Saul Costa ’14 and Lauren Wyatt ’14 believed their fledgling company, Codevolve, could transform online tech education. Some of Silicon Valley’s savviest investors bet the 24-year-olds could pull it off. A story of ambition, hard work, and survival from the frontier of the new economy.
BY SEAN MARKEY
Not quite two years ago, with the ink on his Norwich University diploma barely dry, Saul Costa walked away from his six-figure salary as a data engineer at a Silicon Valley startup to launch his own startup. Initially called GradeTrain, the new company had no income and no revenue model, a prospect Costa found both exhilarating and terrifying. GradeTrain launched with a simple service — running on 200 lines of code, it helped computer science teachers automate the tedious task of grading homework.
It was an idea sparked by Akhan Almagambetov ’08, a Codevolve cofounder and former Norwich computer science professor who now teaches at Embry-Riddle Aeronautical University in Arizona. Costa wrote the site’s basic software engine in less than a month. Lauren Wyatt ’14, Saul’s Norwich classmate, then-girlfriend, and business partner, designed the interface. It worked, he says, “but it was really bad.” What happens next is the story of the intense learning, rapid growth, and seesawing fortunes that startups and their founders can experience in Silicon Valley — provided they have the drive, savvy, and luck to survive.
In less than a year, the cofounders overhauled their business plan to transform Codevolve into a technology company that powers online learning platforms. Its mission today is to close the technical-skills gap in the American workforce by helping people learn coding languages and other tech skills in a more intuitive way. Partnering with textbook publishers, coding academies, schools, and other businesses, the startup provides hands-on, interactive learning exercises that teach, test, and track users’ skill development. Costa sees a big potential market in other tech companies, particularly those that need to train current staff on emerging technologies and bring new hires up to speed on their coding stack. “As a developer, you’re always learning something new,” Costa says.
In President Barack Obama’s final State of the Union address last January, he pledged $4 billion to support Coding for Everyone, an initiative to improve coding education for American K-12 students and better prepare them for the 21st century workforce. Writing in Harvard Business Review, economist James Bessen said the “skills gap” is real, noting that many U.S. companies struggle to fill open positions with talented workers. The World Economic Forum projects that technology will displace 7 million U.S. jobs over the next five years, while adding 2 million over the same period. “But those are going to be highly technical jobs,” Costa says. “The workforce, more and more, needs to be a technical workforce. But we’re not really set up to teach those things well right now. We’re still taking a book and expecting someone to learn to code, which has nothing to do with books… When you actually sit down to learn to code, it needs to be by doing.”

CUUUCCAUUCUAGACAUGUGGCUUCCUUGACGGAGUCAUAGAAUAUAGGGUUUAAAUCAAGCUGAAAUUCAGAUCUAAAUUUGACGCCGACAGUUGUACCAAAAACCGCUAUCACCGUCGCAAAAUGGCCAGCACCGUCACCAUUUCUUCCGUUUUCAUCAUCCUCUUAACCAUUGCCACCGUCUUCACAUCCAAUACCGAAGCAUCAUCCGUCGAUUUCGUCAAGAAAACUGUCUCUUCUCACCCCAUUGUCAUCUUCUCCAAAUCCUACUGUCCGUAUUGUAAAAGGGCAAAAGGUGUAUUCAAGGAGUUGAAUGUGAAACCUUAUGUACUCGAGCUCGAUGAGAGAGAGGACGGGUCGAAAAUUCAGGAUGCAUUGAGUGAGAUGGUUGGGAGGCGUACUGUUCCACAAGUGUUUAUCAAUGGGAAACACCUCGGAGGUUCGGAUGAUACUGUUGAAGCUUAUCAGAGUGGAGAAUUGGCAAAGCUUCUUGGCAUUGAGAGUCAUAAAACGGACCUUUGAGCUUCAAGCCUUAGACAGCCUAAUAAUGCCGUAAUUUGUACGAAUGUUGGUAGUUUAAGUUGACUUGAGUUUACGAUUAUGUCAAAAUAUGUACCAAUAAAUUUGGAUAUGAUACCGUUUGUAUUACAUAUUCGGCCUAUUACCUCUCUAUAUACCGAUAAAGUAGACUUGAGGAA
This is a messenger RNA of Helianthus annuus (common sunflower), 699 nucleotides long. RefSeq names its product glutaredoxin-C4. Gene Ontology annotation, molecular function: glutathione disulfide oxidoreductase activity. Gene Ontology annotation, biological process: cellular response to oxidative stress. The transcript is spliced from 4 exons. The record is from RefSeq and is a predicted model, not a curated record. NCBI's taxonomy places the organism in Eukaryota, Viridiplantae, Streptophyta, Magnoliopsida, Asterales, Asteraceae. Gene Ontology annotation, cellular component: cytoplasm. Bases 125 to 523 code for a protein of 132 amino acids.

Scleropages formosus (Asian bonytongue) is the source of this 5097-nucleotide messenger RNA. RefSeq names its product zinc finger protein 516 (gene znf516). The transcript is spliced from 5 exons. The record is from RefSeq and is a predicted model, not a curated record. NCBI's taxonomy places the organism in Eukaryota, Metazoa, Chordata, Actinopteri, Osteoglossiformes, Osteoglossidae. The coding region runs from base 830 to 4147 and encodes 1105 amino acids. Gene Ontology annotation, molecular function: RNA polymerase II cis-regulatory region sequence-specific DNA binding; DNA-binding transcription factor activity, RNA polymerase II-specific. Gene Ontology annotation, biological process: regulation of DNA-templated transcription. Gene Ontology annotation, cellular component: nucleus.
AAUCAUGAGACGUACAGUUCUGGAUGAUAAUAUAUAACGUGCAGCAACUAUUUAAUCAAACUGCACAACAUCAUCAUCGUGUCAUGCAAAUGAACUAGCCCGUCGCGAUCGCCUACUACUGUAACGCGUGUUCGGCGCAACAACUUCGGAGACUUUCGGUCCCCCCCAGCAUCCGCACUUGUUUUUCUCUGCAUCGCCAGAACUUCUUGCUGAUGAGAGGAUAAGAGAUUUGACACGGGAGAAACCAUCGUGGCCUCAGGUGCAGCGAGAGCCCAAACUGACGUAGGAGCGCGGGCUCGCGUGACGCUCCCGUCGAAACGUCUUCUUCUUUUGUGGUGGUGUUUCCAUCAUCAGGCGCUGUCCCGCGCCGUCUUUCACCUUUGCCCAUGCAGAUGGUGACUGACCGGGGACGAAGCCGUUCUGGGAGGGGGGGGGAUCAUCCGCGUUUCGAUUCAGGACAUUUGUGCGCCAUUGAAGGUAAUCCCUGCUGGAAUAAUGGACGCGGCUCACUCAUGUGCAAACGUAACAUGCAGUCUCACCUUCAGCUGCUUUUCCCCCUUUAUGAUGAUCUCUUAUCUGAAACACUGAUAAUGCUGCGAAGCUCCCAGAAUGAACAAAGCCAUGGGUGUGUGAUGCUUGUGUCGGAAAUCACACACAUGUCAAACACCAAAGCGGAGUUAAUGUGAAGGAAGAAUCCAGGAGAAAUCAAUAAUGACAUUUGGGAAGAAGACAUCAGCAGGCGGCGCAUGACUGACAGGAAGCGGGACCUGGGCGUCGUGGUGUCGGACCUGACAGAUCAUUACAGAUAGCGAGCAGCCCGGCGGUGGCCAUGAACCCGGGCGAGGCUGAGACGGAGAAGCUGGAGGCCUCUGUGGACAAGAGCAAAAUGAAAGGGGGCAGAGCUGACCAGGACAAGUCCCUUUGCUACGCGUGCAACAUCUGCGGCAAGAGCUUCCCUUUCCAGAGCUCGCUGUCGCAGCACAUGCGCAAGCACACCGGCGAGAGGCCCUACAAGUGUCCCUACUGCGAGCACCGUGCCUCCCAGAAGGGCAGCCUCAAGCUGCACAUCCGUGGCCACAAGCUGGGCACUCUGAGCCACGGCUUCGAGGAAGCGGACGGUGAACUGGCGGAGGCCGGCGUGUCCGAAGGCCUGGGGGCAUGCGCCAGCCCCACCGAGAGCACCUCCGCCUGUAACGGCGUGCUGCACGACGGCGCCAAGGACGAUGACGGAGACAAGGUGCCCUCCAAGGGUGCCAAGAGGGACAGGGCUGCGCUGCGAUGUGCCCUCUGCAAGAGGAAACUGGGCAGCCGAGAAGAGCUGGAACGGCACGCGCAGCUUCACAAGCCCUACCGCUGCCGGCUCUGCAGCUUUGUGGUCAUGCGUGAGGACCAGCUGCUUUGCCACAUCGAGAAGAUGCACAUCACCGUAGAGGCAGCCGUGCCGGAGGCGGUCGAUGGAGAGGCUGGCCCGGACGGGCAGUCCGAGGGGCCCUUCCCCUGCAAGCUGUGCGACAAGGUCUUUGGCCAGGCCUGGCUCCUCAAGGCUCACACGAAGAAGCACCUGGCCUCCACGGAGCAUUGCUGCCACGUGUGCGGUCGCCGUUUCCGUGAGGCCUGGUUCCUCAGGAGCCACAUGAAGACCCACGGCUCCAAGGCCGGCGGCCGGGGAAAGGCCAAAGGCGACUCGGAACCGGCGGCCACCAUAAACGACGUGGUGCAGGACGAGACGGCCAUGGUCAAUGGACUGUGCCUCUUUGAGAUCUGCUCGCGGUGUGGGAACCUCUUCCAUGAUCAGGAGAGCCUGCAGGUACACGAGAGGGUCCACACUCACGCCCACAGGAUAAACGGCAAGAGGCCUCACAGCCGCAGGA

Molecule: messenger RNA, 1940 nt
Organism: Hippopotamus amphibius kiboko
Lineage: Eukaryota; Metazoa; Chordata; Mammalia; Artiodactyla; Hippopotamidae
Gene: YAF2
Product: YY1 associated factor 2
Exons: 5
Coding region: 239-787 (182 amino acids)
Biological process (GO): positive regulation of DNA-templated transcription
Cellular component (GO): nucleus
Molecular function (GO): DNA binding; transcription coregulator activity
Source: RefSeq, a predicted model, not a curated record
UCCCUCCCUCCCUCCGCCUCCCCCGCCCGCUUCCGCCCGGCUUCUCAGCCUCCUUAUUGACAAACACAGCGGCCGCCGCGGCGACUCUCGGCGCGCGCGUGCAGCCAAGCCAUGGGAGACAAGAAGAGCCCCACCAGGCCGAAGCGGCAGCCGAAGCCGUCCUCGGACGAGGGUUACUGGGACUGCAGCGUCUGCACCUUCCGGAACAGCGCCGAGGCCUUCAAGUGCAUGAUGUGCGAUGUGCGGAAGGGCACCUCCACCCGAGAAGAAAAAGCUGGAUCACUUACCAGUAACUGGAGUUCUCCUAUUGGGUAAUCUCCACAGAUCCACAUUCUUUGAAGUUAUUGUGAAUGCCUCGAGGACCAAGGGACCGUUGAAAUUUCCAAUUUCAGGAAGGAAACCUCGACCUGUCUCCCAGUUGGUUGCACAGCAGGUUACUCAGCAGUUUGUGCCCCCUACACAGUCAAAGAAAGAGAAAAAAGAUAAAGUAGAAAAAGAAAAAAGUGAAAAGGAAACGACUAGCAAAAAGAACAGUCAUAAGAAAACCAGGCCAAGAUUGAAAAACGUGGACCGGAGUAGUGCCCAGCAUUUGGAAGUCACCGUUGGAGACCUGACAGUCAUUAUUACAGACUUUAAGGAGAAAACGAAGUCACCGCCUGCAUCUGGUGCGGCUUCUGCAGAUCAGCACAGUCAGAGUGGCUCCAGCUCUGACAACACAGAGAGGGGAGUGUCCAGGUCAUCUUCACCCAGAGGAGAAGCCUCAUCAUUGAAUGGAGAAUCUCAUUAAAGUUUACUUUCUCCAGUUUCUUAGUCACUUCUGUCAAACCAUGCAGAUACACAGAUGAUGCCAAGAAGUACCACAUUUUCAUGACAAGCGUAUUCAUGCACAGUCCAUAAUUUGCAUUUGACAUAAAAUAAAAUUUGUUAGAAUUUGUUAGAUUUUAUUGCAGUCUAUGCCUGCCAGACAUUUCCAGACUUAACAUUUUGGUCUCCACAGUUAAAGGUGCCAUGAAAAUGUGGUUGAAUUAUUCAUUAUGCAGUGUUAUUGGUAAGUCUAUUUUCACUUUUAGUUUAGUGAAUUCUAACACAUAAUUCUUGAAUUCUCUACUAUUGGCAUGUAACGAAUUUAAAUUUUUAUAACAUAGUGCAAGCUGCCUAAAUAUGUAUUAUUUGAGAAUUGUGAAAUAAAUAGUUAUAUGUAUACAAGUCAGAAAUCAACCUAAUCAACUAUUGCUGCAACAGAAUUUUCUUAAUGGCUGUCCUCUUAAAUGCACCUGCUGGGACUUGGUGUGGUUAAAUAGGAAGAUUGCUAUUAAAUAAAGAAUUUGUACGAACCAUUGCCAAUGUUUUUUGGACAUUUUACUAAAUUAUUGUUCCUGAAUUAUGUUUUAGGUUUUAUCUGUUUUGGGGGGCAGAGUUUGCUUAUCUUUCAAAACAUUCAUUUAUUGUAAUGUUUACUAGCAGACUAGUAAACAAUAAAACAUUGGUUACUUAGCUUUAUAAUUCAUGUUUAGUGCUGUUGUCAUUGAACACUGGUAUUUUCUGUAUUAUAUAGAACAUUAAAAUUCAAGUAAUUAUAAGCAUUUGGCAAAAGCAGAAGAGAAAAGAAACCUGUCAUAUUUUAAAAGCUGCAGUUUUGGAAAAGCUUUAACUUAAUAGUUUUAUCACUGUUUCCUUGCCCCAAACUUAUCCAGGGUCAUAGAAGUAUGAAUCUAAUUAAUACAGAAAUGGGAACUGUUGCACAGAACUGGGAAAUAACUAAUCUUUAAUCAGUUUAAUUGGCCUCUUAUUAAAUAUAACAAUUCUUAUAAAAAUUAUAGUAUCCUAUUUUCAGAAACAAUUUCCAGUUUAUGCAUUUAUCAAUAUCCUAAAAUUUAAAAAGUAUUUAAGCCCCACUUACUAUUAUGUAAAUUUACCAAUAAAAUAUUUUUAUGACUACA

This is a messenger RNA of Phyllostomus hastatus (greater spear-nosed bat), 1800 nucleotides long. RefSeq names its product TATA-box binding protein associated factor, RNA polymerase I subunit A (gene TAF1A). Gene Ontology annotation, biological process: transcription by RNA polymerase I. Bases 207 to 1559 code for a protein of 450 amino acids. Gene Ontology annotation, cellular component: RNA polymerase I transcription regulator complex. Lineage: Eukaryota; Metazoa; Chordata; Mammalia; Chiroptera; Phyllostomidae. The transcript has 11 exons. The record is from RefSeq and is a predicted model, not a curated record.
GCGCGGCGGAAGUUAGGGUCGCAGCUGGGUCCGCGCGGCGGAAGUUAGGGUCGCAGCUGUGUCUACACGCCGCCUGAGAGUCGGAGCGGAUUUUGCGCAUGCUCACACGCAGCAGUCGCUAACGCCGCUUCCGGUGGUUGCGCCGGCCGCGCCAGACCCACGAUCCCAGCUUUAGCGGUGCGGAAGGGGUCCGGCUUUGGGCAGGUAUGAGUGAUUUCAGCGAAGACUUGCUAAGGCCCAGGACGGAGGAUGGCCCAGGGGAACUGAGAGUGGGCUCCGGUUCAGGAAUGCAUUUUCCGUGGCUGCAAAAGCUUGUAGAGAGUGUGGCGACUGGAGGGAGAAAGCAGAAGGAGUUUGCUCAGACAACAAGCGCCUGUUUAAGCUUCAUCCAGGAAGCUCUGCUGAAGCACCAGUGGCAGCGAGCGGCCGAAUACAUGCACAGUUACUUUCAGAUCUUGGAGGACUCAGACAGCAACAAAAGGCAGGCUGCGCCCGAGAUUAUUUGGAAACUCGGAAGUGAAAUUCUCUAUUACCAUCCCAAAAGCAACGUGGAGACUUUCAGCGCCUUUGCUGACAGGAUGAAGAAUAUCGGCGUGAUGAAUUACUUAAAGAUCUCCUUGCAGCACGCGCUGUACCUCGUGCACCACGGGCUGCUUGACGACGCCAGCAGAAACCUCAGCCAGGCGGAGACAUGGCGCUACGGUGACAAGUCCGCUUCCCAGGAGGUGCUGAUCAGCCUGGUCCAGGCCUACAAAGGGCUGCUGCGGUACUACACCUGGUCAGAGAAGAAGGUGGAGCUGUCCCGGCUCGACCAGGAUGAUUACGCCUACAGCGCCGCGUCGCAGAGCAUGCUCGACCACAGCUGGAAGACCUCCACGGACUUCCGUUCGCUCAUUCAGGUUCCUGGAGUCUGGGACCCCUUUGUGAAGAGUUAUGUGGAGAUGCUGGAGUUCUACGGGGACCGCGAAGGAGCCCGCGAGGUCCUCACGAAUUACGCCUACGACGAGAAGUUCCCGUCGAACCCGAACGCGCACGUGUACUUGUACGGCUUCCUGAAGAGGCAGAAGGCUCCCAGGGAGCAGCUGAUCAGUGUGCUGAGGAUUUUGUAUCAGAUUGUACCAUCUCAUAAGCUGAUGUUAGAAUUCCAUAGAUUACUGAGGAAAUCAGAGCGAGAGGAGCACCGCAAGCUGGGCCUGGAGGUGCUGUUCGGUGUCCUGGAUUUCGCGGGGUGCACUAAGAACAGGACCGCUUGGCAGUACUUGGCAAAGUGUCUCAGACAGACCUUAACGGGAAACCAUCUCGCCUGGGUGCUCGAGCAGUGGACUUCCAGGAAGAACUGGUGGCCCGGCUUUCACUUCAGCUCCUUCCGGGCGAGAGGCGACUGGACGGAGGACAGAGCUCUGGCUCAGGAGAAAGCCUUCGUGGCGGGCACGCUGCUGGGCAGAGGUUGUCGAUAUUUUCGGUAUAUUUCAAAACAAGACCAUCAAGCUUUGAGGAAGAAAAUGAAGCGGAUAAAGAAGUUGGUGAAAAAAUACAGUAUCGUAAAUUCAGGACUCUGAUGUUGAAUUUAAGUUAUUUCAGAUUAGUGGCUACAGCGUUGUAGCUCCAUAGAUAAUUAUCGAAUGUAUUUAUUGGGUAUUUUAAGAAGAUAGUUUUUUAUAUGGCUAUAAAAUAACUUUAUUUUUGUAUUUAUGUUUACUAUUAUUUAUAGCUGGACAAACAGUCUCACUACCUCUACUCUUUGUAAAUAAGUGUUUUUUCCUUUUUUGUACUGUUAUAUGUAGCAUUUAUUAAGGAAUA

At its core, Codevolve’s technology is software that writes other software, giving it the power of scale. The platform can take static content from a programming textbook and quickly build out interactive, hands-on learning exercises. Among Codevolve’s many features, users can access a split screen, writing code on the left and seeing the results on the right. When users get stuck, a chatbot named “Codey” appears. Codey doubles as a teaching assistant, using a chat window to explain anything from basic syntax to overarching coding concepts.
“It’s a really good time to be in this space right now, because everyone is kind of waking up to coding education,” Costa says. “They’re realizing how big this market is.”
To launch a Silicon Valley startup is to make an all-but-inevitable appointment with failure. By some estimates, for every 100 startups, 95 will fail to secure venture capital. And of the five that do, four will still crash and burn. Despite those daunting odds, founders continue to launch new startups, leaving the security of well-paying jobs — or the security they could have — to spend months, if not years, investing time, talent, and money on something that might never come to pass.
And yet, for some it does. What had been a dream in the beginning gets recast, in hindsight, as vision. For the founders and teams of Silicon Valley startups that don’t survive, the final won-lost statistics fail to capture the true story and outcome of their experience. Things like the intense learning, innovating, networking, and making of things. And having done so in Silicon Valley, a place and time of epic technological change. What does that experience feel like?